On the road again.

Woke at 4:30am, before my 4:45am alarm.  WAY to early, but we wanted to get on the road as soon as possible.  We were picking Rita up at 5:30 to head up to the Northern area of Greece near the Macedonia boarder to visit camps.  It was to deliver the aid we had loaded earlier and to scope out the situation for Rita’s work with  Carry the Future and her nonprofit Allied-Aid which will be distributing sun screen in the very near future.

The Greek highway system is toll based, which means they are lovely.  We stopped after about 3 hours on the road at a restaurant to grab some coffee.  Rita had bought some goodies for the road trip at a bakery near her house as we were leaving Athens.  Greeks celebrate “name days” more than they celebrate birthdays- today was a very popular name day so bakeries would be busy all day.

It literally rained all day, our 1st stop was a return trip to Petra- this is the Yazidi camps weIMG_2722 had visited last month.  We quickly unloaded the aid, spoke with a few people and headed out.  The road to Petra is a zig zag road up a mountainous road.  We came upon a shepherd, his 2 working dogs and about 50 goats.  It was like a post card.  We patiently waited for them to pass- and since we went the wrong way on the very narrow mountain road, got to pass them again when we turned around and headed back down the mountain.

Rita had done some amazing work on collecting data for all the camps located in the Northern part of Greece.  Our goal was to visit as many of them as we can in 2 days.  The 2nd camp we visited was literally underwater.  It was a

IMG_2728
The warehouse surrounded by water.

newer camp-2 weeks old with a couple of different NGO’s supporting the camp.  There was a big problem in that 1/2 of the tents were under about a foot of water so the volunteers were scrambling to get dry clothes from their warehouse which was surrounded by water, up to a central distribution point.  All the while there were heated conversations going on with the refugees- I assume over the fact that so much had gotten ruined in the rain.  As IMG_2725we unloaded our aid into the warehouse I have no idea why we are still not stuck there as the van got stuck in the mud-like really bad stuck!  Back and forth I went until the van finally made it up to a dry patch of land-

As the squats are being emptied, these camps are springing up all over Greece- there are currently over 60 camps with more planned.   We next went to a camp that was entirely set up inside of what looked like an old factory.  About 1,00o people with more arriving daily.  The tent ropes were hammered into the cement.  This camp was also new, and given the fact it was out of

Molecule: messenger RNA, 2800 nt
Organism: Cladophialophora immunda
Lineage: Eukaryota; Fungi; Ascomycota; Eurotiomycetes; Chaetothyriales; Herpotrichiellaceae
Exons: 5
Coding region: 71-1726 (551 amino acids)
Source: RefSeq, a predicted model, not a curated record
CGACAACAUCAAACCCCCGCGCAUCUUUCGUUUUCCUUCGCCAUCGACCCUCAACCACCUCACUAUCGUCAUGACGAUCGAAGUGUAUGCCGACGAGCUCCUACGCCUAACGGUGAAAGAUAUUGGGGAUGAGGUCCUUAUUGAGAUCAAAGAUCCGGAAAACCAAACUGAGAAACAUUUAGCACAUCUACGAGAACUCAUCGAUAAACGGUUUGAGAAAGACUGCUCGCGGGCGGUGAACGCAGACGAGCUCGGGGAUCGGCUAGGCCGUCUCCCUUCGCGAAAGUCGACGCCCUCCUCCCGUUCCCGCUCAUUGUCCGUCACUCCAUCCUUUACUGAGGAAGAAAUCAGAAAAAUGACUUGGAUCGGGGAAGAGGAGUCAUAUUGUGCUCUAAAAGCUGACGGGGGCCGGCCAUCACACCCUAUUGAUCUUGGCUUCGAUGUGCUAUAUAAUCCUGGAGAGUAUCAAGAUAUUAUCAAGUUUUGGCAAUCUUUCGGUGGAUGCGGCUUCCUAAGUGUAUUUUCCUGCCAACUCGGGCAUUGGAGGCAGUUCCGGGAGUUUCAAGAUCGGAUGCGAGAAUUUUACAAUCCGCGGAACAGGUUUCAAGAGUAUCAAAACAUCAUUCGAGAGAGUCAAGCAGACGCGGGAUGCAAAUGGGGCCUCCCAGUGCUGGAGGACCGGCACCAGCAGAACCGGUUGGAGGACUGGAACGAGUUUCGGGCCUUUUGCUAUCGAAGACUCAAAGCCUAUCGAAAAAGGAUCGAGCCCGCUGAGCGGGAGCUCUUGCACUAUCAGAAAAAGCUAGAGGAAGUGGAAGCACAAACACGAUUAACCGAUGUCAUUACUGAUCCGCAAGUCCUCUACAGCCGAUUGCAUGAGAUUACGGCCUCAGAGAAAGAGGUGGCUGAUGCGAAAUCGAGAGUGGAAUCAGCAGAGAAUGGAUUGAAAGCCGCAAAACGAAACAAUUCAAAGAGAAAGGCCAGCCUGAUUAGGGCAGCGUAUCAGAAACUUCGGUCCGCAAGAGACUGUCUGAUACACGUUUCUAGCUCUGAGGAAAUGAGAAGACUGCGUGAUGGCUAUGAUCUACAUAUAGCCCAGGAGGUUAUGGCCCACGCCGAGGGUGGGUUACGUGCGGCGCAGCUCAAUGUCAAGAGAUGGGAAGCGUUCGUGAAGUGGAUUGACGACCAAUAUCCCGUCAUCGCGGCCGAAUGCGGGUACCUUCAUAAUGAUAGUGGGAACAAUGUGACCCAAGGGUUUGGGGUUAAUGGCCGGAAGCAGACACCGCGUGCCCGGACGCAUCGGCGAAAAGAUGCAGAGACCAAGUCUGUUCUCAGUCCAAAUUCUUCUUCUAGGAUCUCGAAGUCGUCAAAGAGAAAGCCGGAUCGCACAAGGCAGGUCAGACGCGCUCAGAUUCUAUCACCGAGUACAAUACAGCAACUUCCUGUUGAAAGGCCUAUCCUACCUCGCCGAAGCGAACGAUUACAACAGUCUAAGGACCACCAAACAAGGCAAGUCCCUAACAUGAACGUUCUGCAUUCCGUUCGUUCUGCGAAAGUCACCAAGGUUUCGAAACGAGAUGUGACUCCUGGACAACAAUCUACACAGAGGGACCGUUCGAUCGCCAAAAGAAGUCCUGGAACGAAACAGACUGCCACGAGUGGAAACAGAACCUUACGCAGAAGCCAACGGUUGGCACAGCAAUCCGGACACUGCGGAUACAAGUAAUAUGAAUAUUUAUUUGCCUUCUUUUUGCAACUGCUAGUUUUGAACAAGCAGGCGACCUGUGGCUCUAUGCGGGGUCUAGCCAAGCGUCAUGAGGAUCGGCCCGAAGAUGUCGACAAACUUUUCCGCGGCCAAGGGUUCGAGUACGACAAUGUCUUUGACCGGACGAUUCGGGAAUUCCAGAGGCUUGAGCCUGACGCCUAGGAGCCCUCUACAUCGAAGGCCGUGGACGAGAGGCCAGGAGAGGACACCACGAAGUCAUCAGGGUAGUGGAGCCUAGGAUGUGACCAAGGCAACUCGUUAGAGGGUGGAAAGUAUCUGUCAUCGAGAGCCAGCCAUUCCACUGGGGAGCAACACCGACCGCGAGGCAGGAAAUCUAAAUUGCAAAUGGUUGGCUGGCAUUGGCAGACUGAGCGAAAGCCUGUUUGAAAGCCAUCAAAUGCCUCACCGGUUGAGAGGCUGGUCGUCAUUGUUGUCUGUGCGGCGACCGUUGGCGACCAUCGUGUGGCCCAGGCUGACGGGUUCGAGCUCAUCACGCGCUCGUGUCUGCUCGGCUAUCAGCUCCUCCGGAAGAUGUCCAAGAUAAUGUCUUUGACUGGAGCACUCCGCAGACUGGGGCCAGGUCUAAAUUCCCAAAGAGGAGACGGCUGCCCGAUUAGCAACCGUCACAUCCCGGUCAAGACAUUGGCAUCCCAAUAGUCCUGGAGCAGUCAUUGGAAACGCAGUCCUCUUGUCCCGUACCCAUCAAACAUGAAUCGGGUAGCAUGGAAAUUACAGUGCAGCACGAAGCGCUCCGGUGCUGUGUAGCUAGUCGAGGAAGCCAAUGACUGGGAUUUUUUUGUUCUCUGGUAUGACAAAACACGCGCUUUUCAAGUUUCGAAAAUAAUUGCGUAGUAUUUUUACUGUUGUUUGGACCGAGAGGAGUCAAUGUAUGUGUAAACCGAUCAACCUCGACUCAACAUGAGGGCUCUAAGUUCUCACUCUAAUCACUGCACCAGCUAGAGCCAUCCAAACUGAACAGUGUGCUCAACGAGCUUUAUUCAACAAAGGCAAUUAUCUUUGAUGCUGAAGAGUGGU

IMG_2730
Rita and I getting ready to fit baby carriers.

the rain we spent a couple hours here.  The new camp director from a Norwegian NGO who was American was there helping to settle literally newly arrived refugees just getting off buses from Idomeni.  Her parents were visiting and you could tell they were driving her crazy.  When the parents heard we had shoes in our van they had Zach try and find some shoes for a couple of the kids that either didn’t have any shoes or had inappropriate shoes on – a cute 7 year old boy with girl shoes on.

We also passed out about a dozen baby carriers.  Even with this being a new camp it was already bustling- a “store” was set up outside one of the tents, people were walking between the rows of tents selling items and as the call to prayer went out, we saw the prayer tent.  About a 20 pairs of shoes outside the tent and people facing Mecca and praying.  We got to hold and love on some babies, our hands were always full of little hands dragging us from tent to tent to show us the tents with babies in them.

We stopped at another camp near to this one and we were told that they had a warehouse full of items- well this is what the Army officer told us at the gate he was guarding.  So no aid delivered here.  But part of the bigger picture is less than 5 miles away a camp with nothing and then this one with to much.  That will be the biggest hurdle moving forward is aid distribution- apparently there are some warehouses in these parts but as always getting aid to camps is a big issue.   Most of the aid has been focused up here on helping the 10,000+ in Idomeni, but they are trying to close Idomeni and the other squats down and getting people into these more “permanent” camps.

There is what sounds like a 15 piece Turkish band playing in the hotel room across from  ours- no, like for real.  And for real…….REALLY loud.  Somehow I only packed 1 of my ear plugs so should be interesting to see if we get any sleep.

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